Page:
Alice Through the Looking Glass
The Mad Hatter isn’t so much mad as he is sad in the long-delayed Wonderland sequel, Through the Looking Glass. Alice returns to Wonderland to find a Hatter who is slowly dying because he misses his family, or something. Truth be told, I wasn’t quite clear what the deal was with Mad Hatter, but it was clear it had something to do with his family and it would require time travel to fix it. This is one of those movies where the why of things happening isn’t quite as important as the what (which probably suits the topsy turvy world of Wonderland quite splendidly). What happens in Through the Looking Glass is a colorful adventure full of wacky characters and all sorts of lesson learning, time travelling shenanigans. As sequels go, it’s certainly not one that ever makes a strong case for the necessity of its existence, but also isn’t one that fails to live up to the film that preceded. If anything, I found this more enjoyable as it embraced more wonder and adventure and less twisted darkness of the original.
However, I must confess that I have grown tired of the current trend of rewriting the bad guy as merely a misunderstood, sympathetic figure. This time it’s the Queen of Hearts who’s given a backstory to help us understand that she really isn’t evil; she just had a hard childhood. We shouldn’t think of her as a villain, but rather a victim. The problem is that Helen Bonham Carter plays the part so wonderfully that it’s a shame she’s gone from full on, carefree villain to guilt-wracked, just wants to loved and understood anti-hero. Of course, at the same time Anne Hathaway’s Mirana, despite wearing all white, can’t be a hero who is just good. No, she has to have flaws, and she has to brought down into more of a complicated gray area of morality where good and bad are all very relative depending on the circumstance. So once again, Disney tells us that villains really aren’t all bad, and heroes really aren’t all good. Good and evil isn’t nearly so black and white, and if anything, such concepts probably don’t even really exist to begin with, once you have all the backstory facts.
Meanwhile, Alice has stolen an important gizmo from Time, and is using it to travel back to various periods in Wonderland’s past in order to discover what happened to Mad Hatter’s family so he can get better. Truth be told, I found her kind of hard to root for seeing as she was basically killing one character to save another. Still, her adventure is a fun one, made all the more so by Sacha Carter’s delightful portrayal of Time. Indeed, one of the bet scenes is when Time, travelling back to try and stop Alice from wrecking…everything, really….travels back to have tea with a not-so-depressed Mad Hatter. Unfortunately, the fun of that scene keeps getting interrupted with cuts to Alice’s ongoing misadventures, which feels like a misstep as it would have been better to let the Time/Mad Hatter scene continue uninterrupted. It interjected the film with some much needed wacky zest, but never got a chance to build momentum with all the quick cuts to other characters.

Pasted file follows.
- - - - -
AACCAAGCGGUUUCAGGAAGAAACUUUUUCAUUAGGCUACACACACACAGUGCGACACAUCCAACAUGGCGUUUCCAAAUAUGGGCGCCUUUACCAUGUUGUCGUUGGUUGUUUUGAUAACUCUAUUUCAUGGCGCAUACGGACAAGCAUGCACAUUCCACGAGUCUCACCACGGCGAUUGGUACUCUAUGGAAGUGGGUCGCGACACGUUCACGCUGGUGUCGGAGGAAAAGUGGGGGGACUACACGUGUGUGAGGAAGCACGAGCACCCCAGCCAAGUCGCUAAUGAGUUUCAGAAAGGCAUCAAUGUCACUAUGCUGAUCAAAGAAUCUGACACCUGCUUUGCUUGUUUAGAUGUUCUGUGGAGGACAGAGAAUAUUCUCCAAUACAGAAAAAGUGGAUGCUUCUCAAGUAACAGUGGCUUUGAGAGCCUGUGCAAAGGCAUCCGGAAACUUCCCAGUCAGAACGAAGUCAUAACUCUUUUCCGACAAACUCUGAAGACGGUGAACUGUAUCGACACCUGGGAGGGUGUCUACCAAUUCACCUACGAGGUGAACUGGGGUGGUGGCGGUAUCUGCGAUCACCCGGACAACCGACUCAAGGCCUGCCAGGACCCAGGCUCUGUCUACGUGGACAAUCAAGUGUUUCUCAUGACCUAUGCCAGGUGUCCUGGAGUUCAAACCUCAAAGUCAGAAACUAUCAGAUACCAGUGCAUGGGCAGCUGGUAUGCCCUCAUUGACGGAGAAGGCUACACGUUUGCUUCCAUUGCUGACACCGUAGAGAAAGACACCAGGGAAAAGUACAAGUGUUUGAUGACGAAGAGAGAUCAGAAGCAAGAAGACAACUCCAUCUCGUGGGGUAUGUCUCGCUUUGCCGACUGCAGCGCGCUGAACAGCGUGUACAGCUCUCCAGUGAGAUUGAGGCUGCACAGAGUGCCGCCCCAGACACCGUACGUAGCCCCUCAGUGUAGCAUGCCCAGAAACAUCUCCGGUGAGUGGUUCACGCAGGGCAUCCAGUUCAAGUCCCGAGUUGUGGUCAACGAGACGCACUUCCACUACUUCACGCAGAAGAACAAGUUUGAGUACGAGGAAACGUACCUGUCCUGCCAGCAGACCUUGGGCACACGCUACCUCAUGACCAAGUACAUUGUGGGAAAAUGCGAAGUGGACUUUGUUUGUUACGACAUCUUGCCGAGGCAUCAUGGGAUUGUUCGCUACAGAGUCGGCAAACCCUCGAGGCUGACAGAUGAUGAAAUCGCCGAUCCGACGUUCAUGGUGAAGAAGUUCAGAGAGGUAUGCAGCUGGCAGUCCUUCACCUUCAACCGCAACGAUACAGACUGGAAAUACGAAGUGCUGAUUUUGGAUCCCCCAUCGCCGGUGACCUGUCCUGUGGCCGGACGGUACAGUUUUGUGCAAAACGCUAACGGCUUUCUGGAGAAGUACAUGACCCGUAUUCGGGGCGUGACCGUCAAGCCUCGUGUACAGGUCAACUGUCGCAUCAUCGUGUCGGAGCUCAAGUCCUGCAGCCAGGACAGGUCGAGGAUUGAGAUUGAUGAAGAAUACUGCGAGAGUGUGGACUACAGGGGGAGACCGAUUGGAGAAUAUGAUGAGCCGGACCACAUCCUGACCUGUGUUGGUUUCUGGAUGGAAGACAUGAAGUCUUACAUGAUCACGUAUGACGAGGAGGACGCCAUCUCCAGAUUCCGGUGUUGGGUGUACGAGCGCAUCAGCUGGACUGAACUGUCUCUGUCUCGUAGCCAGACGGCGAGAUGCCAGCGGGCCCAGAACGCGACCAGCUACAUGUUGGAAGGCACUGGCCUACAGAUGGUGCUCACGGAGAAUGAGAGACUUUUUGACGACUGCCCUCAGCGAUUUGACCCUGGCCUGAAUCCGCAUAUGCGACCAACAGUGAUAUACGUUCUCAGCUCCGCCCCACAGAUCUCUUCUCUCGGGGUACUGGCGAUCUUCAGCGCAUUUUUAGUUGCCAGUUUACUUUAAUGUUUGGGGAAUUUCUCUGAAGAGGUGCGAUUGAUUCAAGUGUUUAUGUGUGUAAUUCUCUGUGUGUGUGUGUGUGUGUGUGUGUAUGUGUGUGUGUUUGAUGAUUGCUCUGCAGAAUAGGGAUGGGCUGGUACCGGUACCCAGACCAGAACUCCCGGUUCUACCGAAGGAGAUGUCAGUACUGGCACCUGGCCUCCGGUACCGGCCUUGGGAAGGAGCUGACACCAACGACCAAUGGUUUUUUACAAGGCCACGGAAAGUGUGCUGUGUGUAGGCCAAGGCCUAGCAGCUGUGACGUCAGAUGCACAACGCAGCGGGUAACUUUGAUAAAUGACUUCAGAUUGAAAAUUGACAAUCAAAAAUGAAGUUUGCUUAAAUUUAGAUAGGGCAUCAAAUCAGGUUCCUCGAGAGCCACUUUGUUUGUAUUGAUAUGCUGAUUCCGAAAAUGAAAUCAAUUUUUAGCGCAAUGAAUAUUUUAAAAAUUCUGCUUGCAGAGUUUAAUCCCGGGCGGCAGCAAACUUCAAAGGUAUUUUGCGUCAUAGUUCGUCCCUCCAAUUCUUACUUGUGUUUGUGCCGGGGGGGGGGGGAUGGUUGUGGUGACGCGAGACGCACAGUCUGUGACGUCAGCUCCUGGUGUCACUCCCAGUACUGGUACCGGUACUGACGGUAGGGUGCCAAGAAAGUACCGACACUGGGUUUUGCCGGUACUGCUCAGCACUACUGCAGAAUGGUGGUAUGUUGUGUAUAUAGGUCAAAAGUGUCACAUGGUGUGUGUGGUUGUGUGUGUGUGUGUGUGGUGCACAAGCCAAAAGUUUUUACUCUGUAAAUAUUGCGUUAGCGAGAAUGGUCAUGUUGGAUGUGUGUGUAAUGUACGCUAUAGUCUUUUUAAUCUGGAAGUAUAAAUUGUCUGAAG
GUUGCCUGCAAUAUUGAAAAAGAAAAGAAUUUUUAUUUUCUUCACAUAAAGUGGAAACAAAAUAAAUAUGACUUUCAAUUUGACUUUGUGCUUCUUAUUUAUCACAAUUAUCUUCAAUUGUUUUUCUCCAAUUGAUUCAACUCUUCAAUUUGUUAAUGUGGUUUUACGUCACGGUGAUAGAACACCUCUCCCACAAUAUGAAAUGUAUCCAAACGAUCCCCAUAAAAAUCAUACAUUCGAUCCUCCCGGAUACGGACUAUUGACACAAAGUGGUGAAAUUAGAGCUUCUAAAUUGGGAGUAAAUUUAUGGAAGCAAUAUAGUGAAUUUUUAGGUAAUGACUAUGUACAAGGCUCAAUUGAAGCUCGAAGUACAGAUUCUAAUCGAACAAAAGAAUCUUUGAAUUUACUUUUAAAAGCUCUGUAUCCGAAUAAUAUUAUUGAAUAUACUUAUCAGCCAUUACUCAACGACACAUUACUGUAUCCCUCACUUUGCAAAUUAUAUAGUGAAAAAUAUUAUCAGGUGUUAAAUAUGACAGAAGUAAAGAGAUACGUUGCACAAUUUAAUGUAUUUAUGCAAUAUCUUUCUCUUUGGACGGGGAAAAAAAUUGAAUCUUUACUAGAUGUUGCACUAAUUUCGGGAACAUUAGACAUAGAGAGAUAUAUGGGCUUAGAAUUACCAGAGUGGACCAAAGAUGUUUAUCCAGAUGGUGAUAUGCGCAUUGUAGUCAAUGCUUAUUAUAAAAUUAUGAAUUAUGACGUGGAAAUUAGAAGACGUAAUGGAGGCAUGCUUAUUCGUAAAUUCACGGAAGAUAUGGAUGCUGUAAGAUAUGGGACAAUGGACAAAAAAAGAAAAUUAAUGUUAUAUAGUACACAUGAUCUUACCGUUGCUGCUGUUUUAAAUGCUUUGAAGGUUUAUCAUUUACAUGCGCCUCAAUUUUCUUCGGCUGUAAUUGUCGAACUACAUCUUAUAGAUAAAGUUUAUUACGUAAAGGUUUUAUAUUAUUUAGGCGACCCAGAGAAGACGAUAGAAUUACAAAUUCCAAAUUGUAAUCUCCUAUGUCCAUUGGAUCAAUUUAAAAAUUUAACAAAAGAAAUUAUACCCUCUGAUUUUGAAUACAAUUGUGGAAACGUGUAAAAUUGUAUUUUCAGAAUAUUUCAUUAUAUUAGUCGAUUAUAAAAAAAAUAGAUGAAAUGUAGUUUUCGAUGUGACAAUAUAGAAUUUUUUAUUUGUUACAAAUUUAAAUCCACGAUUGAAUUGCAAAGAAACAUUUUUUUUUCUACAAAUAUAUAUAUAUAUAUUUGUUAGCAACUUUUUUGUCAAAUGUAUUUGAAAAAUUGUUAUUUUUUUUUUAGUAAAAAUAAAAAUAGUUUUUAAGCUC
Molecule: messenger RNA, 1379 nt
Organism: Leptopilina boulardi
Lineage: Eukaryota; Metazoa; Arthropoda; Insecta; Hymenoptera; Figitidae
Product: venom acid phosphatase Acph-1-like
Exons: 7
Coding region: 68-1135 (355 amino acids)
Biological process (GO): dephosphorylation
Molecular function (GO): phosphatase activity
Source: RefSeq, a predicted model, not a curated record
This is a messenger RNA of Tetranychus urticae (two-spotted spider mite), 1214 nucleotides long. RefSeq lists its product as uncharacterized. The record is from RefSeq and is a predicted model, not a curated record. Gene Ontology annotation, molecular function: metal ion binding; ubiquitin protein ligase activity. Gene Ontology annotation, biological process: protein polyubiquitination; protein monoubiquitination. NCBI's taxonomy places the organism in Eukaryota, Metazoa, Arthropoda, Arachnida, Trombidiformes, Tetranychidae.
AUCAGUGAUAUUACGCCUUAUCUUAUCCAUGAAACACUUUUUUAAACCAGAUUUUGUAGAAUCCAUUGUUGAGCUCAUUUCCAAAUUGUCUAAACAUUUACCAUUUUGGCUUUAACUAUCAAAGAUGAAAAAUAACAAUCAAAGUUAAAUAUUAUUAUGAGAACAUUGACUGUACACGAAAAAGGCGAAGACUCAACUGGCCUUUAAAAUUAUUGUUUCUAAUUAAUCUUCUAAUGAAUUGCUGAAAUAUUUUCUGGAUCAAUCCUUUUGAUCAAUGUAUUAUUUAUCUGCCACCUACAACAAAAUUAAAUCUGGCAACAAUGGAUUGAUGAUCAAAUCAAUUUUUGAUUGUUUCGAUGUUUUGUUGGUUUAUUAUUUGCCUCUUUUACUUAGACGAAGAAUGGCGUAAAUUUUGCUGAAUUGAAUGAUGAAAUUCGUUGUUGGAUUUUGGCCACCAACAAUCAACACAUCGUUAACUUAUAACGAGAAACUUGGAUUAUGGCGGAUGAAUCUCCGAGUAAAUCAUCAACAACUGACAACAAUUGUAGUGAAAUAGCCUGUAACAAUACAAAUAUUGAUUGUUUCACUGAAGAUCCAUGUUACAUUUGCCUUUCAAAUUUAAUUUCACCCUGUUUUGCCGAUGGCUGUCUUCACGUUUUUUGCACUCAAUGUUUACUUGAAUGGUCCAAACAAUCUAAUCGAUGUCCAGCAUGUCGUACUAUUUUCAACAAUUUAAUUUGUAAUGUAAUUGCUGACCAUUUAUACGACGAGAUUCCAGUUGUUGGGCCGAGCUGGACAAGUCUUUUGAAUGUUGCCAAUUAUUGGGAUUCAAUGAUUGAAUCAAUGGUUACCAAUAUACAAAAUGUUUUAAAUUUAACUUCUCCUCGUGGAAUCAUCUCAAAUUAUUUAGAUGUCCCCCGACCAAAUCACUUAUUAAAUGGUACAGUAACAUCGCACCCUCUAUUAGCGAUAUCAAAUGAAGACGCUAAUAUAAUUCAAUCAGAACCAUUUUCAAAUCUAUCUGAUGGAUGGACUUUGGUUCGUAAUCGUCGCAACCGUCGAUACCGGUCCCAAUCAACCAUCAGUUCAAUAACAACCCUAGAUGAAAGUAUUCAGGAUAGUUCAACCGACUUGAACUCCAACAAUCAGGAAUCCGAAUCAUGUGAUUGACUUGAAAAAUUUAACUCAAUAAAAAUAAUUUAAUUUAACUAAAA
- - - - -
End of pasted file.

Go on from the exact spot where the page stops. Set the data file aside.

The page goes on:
Compared to the previous Alice movie, this time out improves upon its predecessor by including less of the twisted, dark tinge of the previous movie. While it’s still strange, and often a bit weird, this film overall felt brighter and more fun (despite the depressed Mad Hatter). Part of that may be due to the fact that Tim Burton merely produced and didn’t direct the sequel.
Aside from the fact that the first film was able to cross the billion dollar mark when it was released back in 2010, there’s very little reason that a sequel needed to be made so many years later. Still, despite the long delay, lack of necessity, and losing its director, Through the Looking Glass manages to match, if not exceed, the bar set by the previous film (which, depending on who you ask, may or may not be a very high mark). It’s an energetic, vibrant, and colorful adventure that has some very fun moments. Does it improve in any way on the previous film? Not really. Does it really add anything to story or the characters? Not much. But, for anyone who’s looking for a colorful, adventurous distraction, you could do much worse than going Through the Looking Glass.
Score: 4 of 7 – Through the Looking Glass isn’t quite as dark as its predecessor, which should make it more enjoyable for the entire family. However, it does bring up some concerning views about moral absolutes and the nature of good and evil that should spark some worthwhile discussion.